Vanderbilt

 

575

$634,657.86

36,382

Park Shore

 

673

$593,292.00

49,441

Marco Island

 

Total

$5,013,164.01

236,937

 

 

FEMA-1602-DR-FL

 

PW

PW Amount

Sand Volume (CY)

Beach

 

1109

$1,192,557.72

45,762

Naples

 

1110

$375,779.91

15,599

Vanderbilt

 

Total

$1,568,337.63

61,361

 

 

FEMA-1609-DR-FL

 

PW

PW Amount

Sand Volume (CY)

Beach

 

2700*

$12,868,475.94

367,159

Naples, Vanderbilt, Park Shore

 

2698

$284,334.27

11,803

Vanderbilt

 

2704

$100,815.00

4,290

Park Shore

 

6733

$550,822.45

55,000

Marco Island

 

Total

$13,804,447.66

438,252

 

 

3 Storm Total

$20,385,949.30

736,550

 

 

* The eligible volume of sand in PW 2700 is allocated based on the Applicant's engineering study which attributes an estimate of 55% of the 2006 renourishment to FEMA-1609-DR-FL.  The PW’s original scope of work approved 58,641 CY of sand for Naples Beach at a cost of $3,381,940.54.

 
         

 

From September 13 to September 21, 2001, Tropical Storm Gabrielle eroded Collier County’s public beaches.  FEMA prepared PWs 566 and 673 for the restoration of 70,650 CY of sand to the Naples beach and 49,441 CY to the Marco Island beach, respectively.  The disaster related damages documented in the PWs’ eligible scopes of work were derived from pre- and post-storm surveys.  The Applicant was unable to complete the required repairs until the Florida Department of Environmental Protection (FDEP) issued an environmental permit for the renourishment, under Florida Statutes, Chapters 161 and 370, as the Applicant’s 1999 permit for county-wide beach maintenance allowed for only 50,000 CY of spot nourishments annually.  On April 3, 2009, FEMA received from the Florida Division of Emergency Management (Grantee) Final Inspection Reports (FIR), dated June 30, 2008, for each PW.  The FIR indicated that work on the beach projects had completed on May 1, 2006.  FEMA prepared final reconciliation reports on March 31, 2010, and initiated close-out of the PWs.

First Appeal

The Grantee submitted a first appeal on behalf of the Applicant on April 9, 2010.  In the appeal, the Grantee claimed that PWs 566 and 673 were closed in error as costs for three years of beach environmental and turtle monitoring, required by federal regulations and FDEP, were absent from the approved costs.  Additionally, the Grantee requested that FEMA increase the eligible amount of the PWs based on an apportionment of the actual sand replacement costs.  Included with the appeal were draft closeout versions of PW 566 and 673.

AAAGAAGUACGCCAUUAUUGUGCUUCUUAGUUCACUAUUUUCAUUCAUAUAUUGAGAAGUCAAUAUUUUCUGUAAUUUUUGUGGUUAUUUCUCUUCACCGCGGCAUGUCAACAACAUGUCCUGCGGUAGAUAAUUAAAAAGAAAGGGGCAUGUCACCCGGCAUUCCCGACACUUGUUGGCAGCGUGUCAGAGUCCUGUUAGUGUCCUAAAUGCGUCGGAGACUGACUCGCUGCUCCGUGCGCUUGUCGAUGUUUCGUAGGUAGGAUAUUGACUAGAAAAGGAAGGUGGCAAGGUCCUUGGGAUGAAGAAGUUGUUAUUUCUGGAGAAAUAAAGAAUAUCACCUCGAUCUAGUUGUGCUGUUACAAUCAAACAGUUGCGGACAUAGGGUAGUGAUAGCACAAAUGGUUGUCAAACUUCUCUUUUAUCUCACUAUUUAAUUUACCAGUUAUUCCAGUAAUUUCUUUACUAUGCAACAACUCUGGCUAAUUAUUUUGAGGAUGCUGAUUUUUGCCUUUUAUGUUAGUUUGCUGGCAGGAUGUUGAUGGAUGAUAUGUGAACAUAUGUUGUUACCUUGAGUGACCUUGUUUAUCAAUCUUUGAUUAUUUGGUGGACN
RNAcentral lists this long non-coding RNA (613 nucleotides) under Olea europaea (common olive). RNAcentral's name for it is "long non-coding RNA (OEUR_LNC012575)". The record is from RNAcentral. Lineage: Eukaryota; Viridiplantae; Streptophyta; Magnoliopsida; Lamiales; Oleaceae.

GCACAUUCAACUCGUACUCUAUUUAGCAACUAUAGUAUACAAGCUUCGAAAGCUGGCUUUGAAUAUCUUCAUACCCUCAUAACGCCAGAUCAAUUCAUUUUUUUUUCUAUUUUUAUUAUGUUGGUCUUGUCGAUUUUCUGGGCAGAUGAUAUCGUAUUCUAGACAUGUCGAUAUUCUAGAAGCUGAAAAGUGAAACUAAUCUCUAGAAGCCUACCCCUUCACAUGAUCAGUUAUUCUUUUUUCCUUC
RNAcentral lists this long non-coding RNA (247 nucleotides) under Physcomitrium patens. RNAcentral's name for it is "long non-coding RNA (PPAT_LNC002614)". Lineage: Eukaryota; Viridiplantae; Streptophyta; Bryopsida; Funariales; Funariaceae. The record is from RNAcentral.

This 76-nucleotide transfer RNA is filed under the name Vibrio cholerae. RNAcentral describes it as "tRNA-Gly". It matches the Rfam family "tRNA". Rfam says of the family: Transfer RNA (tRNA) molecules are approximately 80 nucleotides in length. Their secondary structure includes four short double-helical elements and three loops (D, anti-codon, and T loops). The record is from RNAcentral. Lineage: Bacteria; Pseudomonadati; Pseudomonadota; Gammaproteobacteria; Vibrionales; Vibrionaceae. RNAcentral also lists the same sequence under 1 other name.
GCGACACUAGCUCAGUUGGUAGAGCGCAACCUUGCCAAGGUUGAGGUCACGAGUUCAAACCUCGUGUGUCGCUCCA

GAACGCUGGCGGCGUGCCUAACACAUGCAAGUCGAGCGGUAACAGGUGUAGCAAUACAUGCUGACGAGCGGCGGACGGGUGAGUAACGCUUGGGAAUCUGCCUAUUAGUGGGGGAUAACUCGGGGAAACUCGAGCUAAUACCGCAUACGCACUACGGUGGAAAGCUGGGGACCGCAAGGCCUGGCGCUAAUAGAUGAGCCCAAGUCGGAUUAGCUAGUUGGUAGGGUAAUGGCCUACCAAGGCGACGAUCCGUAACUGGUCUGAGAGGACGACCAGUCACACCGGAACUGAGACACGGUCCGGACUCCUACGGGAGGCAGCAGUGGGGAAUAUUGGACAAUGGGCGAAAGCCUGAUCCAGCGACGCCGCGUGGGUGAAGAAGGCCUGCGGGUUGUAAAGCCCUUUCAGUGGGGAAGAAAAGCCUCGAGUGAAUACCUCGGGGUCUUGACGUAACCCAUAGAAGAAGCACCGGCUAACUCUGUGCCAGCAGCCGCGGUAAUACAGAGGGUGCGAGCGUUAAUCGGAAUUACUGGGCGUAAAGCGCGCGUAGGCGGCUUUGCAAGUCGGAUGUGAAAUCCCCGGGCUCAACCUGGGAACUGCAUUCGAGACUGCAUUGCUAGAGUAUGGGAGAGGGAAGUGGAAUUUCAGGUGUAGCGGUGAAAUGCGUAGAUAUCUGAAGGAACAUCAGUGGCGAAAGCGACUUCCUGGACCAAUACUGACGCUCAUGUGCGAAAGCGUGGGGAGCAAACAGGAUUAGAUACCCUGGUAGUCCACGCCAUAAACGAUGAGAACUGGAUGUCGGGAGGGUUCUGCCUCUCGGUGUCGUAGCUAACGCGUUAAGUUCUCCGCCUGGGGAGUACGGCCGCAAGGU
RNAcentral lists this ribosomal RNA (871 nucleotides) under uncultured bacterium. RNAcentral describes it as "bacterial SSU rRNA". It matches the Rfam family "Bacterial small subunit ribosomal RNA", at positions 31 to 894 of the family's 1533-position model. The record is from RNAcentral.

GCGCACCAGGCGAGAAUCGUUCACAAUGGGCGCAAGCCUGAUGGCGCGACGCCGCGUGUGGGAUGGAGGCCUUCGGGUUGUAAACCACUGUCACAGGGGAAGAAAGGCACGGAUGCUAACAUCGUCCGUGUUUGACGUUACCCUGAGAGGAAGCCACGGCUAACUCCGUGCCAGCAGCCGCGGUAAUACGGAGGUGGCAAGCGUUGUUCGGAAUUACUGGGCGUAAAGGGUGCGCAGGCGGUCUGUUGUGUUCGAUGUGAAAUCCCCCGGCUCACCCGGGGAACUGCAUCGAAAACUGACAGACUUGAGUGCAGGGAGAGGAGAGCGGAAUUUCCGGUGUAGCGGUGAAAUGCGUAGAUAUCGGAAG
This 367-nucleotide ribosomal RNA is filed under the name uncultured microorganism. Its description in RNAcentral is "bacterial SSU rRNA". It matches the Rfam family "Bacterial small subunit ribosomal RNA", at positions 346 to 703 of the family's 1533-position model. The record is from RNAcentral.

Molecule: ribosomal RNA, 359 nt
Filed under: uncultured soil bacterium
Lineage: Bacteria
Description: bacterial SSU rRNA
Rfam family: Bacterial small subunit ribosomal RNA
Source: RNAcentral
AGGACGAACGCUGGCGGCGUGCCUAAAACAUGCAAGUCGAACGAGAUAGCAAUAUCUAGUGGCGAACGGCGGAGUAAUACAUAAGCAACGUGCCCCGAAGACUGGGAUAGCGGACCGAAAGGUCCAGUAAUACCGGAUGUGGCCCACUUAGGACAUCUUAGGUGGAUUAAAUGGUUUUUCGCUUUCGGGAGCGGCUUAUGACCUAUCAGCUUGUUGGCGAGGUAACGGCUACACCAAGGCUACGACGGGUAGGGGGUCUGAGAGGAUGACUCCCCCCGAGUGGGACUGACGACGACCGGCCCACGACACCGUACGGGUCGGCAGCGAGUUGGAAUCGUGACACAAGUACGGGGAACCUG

With the draft Version 3 of PW 566, the Grantee requested that FEMA consolidate the three mainland beach PWs, by combining scope of work and cost adjustments for PWs 568 and 575 for Vanderbilt and Park Shore beaches, respectively, with Naples Beach under a single closeout version of PW 566.  The PW included line item costs of $10,200.00 for Environmental Monitoring, $278,556.95 for Force Account Labor, and a lump sum of $9,945,945.77 for Contracts.  The PW’s revised scope of work explained that the proposed Contracts cost represented 34% of the 2006 Mainland Collier County Beach Renourishment Project.  This apportionment came from a January 2010 report titled, “Tropical Storm Gabrielle, Hurricanes Katrina and Wilma Storm Impact Re-assessment Report: 1995-1996 Collier County Beach Nourishment Project,” that was prepared by Collier County’s consultant for the mainland beach nourishment project, Coastal Planning and Engineering, Inc. (CPE).  The report partitioned the sand loss between Naples, Vanderbilt, and Park Shore and used estimates to divide the total into complementary portions by attributing 55% of the sand replacement to Hurricane Wilma (FEMA-1609-DR-FL), 11% to Hurricane Katrina (FEMA-1602-DR-FL), and the remaining 34% to Tropical Storm Gabrielle (FEMA-1393-DR-FL).

The Grantee also submitted a proposed draft Version 2 of PW 673 for the Marco Island beach that included line items of $13,766.00 for Environmental Monitoring, $73,645.54 for Force Account Labor, and a lump sum Contracts cost of $1,159,812.50.  The scope of work detailed that the Contract cost represented 68.83% of the cost of the sand renourishment contract.  This factor was derived by subtracting the 55,000 CY of sand estimated on PW 6733 attributed to Hurricane Wilma under FEMA-1609-DR-FL, from the total volume of sand replaced, 176,457 CY, for the Marco Island renourishment.

In a September 30, 2010, letter partially granting the Grantee’s appeal, the Regional Administrator determined that the incurred environmental and turtle monitoring costs are eligible for reimbursement and directed that versions of PWs 566 and 673 be prepared to reflect those costs.  The Regional Administrator further determined that no adequate basis was provided for attributing the proposed portions of the 2006 and 2007 renourishment projects to PWs 566 and 673.  The Regional Administrator noted that the Grantee’s request to amend the scopes of work was submitted five years after FEMA approved the scopes of work on July 8, 2004.  Pursuant to Title 44 Code of Federal Regulations (CFR) §206.206(c)(1), Time Limits, applicants must file appeals within 60 days after receipt of a notice of the determination that is being appealed.

Second Appeal

With a letter dated January 24, 2011, the Grantee supported and forwarded the Applicant’s November 24, 2010, second appeal to FEMA.  In the appeal, the Applicant asserted that FEMA based the approved scopes of work on estimated volumes of sand loss from the beaches, rather than the actual quantity of sand required to restore the beaches.  To address this difference, the Applicant requested that FEMA increase the approved scopes of work and associated costs to reflect the amount of sand replaced during the 2006 and 2007 renourishment projects.  The Applicant also requested that FEMA combine the three mainland beach PWs under a new version of PW 566 as shown in Table 2.  The Applicant submitted copies of the proposed draft closeout versions of PWs 566 and 673 that the Grantee had previously submitted with the first appeal.

TABLE 2 – FEMA-1393-DR-FL – Amounts Obligated and Requested

Beach

 

Obligated

Appeal Request

Last updated February 4, 2020